Nicholson’s thinking is that if one picks music that does not rely on a beat, then it becomes much easier to create using an online format. This has driven Nicholson to include more experimental and abstract music in his teaching, including the use of soundscapes and TikToks. Even in teaching in an online format, Nicholson welcomes the challenge and appreciates having to look at music in a different way.
“It’s allowed me to think about ways to make music with each other in a different way,” Nicholson said. “The ways that we have barriers and how (we) decide to take things away, like if we take the beat away. If we find out what the problem is and we take that away, we could still actually make music; it’s not about cutting the whole thing out.”
Jacob Ford, a junior music education major, agrees that using TikTok is an effective teaching method.
“It is exactly what every homework assignment should be, simple instructions, easy to achieve, and does not turn into a burden on the students while still applying the skills we learned in class and demonstrating an understanding of the knowledge,” Ford said.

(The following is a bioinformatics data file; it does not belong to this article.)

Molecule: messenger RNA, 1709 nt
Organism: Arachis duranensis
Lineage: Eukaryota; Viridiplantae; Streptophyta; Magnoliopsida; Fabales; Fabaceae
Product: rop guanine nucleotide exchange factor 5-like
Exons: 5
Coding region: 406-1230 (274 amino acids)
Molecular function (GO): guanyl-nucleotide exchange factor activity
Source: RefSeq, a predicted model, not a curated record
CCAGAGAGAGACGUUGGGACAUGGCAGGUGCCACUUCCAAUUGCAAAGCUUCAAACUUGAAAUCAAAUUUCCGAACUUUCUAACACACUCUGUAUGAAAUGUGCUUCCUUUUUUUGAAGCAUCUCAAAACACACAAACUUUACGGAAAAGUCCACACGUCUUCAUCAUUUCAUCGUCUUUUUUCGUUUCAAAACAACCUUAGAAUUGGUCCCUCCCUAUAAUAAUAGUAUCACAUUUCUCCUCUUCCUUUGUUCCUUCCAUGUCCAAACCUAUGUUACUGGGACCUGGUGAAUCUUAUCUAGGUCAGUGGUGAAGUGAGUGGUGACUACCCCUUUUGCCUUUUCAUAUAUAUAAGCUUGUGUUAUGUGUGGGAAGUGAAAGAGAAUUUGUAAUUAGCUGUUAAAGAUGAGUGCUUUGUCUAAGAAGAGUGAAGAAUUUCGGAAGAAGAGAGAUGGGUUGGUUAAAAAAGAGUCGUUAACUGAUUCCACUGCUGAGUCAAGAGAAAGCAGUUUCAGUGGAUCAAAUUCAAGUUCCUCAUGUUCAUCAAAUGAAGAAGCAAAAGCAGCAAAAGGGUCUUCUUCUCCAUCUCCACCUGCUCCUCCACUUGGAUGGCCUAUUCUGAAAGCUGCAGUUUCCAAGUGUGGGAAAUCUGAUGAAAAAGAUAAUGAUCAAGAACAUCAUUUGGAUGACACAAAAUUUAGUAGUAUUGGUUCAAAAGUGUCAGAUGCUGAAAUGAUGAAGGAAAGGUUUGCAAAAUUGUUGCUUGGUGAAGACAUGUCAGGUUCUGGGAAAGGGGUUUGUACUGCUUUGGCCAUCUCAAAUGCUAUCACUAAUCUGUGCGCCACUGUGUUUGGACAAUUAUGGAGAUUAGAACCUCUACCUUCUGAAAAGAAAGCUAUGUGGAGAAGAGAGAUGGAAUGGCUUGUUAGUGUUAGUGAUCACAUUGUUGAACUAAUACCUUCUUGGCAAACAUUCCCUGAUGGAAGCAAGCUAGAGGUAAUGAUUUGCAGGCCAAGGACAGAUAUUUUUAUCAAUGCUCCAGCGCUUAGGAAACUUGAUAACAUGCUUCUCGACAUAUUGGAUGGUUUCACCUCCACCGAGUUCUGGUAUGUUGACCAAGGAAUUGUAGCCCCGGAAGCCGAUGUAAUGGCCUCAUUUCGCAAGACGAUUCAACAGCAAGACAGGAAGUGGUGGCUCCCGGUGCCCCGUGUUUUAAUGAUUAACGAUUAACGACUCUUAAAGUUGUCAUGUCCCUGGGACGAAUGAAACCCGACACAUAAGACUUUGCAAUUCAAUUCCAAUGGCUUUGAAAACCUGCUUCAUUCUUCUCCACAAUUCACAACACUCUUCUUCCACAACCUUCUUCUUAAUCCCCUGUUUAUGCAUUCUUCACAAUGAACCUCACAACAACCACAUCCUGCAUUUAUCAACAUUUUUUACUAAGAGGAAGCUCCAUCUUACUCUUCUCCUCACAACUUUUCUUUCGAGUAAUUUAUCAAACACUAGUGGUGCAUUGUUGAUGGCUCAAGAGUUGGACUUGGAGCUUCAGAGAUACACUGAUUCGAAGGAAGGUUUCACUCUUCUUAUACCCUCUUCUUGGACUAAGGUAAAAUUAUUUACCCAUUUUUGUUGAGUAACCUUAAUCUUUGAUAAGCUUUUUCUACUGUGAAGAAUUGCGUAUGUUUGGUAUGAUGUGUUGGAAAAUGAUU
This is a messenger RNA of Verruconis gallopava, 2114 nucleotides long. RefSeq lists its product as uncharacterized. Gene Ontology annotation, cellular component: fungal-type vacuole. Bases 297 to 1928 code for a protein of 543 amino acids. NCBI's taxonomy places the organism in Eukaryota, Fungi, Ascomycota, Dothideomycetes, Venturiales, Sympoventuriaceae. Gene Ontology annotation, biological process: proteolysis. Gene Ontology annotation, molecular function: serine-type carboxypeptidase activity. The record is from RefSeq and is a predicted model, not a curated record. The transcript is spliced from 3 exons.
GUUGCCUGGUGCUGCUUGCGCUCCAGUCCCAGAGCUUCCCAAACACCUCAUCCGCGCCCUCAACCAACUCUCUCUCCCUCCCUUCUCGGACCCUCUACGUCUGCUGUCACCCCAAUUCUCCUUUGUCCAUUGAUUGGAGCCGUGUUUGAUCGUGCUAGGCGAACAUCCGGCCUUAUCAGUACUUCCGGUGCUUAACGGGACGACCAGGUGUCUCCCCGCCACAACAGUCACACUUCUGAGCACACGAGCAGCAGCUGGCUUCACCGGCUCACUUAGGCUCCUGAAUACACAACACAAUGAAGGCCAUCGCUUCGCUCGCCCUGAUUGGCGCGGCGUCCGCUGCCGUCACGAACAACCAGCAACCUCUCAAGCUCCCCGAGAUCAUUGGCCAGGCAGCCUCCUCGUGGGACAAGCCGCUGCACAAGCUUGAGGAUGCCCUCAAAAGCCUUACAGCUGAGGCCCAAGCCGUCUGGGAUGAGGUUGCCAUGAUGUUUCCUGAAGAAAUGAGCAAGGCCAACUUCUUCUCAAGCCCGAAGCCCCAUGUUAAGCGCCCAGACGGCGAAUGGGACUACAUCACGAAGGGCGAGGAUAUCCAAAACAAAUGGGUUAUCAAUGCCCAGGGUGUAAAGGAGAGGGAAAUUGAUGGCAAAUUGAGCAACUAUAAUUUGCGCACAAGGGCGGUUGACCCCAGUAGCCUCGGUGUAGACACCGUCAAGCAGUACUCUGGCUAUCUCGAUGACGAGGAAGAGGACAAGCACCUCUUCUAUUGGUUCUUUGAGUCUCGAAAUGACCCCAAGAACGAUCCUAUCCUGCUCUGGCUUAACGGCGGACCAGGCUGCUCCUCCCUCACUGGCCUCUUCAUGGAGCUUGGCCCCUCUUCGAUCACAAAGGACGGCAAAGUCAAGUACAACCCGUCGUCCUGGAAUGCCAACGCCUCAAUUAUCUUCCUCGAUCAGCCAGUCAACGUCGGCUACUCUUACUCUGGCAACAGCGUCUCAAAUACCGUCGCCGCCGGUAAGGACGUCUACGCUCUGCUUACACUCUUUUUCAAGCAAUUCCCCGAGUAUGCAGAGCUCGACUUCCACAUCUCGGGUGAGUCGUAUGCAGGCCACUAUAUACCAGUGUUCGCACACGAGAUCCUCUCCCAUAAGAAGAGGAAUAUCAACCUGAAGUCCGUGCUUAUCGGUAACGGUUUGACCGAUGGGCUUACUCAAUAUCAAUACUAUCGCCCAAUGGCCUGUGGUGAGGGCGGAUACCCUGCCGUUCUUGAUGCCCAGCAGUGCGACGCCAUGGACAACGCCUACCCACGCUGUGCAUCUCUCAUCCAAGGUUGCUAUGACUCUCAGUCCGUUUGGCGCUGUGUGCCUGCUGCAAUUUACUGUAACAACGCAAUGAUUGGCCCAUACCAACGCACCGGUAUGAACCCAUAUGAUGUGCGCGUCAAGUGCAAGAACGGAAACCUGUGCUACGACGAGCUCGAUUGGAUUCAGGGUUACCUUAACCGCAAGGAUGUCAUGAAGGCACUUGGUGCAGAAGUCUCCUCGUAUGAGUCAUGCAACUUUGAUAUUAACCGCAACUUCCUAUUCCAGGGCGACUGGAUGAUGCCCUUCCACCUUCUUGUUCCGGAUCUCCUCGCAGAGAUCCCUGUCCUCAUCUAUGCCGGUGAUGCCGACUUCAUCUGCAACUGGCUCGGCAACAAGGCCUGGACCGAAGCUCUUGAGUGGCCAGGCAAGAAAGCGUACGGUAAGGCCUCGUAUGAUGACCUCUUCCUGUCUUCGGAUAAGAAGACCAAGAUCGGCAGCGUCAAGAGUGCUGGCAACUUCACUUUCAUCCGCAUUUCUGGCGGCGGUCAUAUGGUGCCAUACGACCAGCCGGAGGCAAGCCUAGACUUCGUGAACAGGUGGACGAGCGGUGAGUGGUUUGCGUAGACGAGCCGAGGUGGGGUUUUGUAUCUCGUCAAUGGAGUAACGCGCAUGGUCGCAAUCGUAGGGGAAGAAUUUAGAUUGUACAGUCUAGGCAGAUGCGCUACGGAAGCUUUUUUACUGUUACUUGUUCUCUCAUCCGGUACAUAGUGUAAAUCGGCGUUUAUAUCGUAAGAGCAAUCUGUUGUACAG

The students in the strings class have expressed how much they have learned by using TikTok.
“More than anything I believe that these TikToks have allowed me to learn more about potential future teaching skills rather than just learning string instruments,” Vilardi said.
Students have also expressed how much they enjoyed the class.
“Learning strings pedagogy with Dr. Nicholson this semester has been an incredibly memorable and enjoyable experience, and I am certain that my classmates feel the same way,” said Nick Napier, a junior music education major. “His methods of teaching are inclusive, comprehensive, and intriguing, and attending his class (regardless of it being remote) is always something I look forward to!”
In looking overall at the semester, Nicholson expressed his excitement in teaching students from the music department.
“I’ve been so constantly impressed with the students at TCNJ in particular,” Nicholson said. “I’ve been working with them and they are agile, excited, and still hungry to learn. “I think that’s what’s been amazing is that we see perseverance and we see creativity from the students so, it’s been a joy.”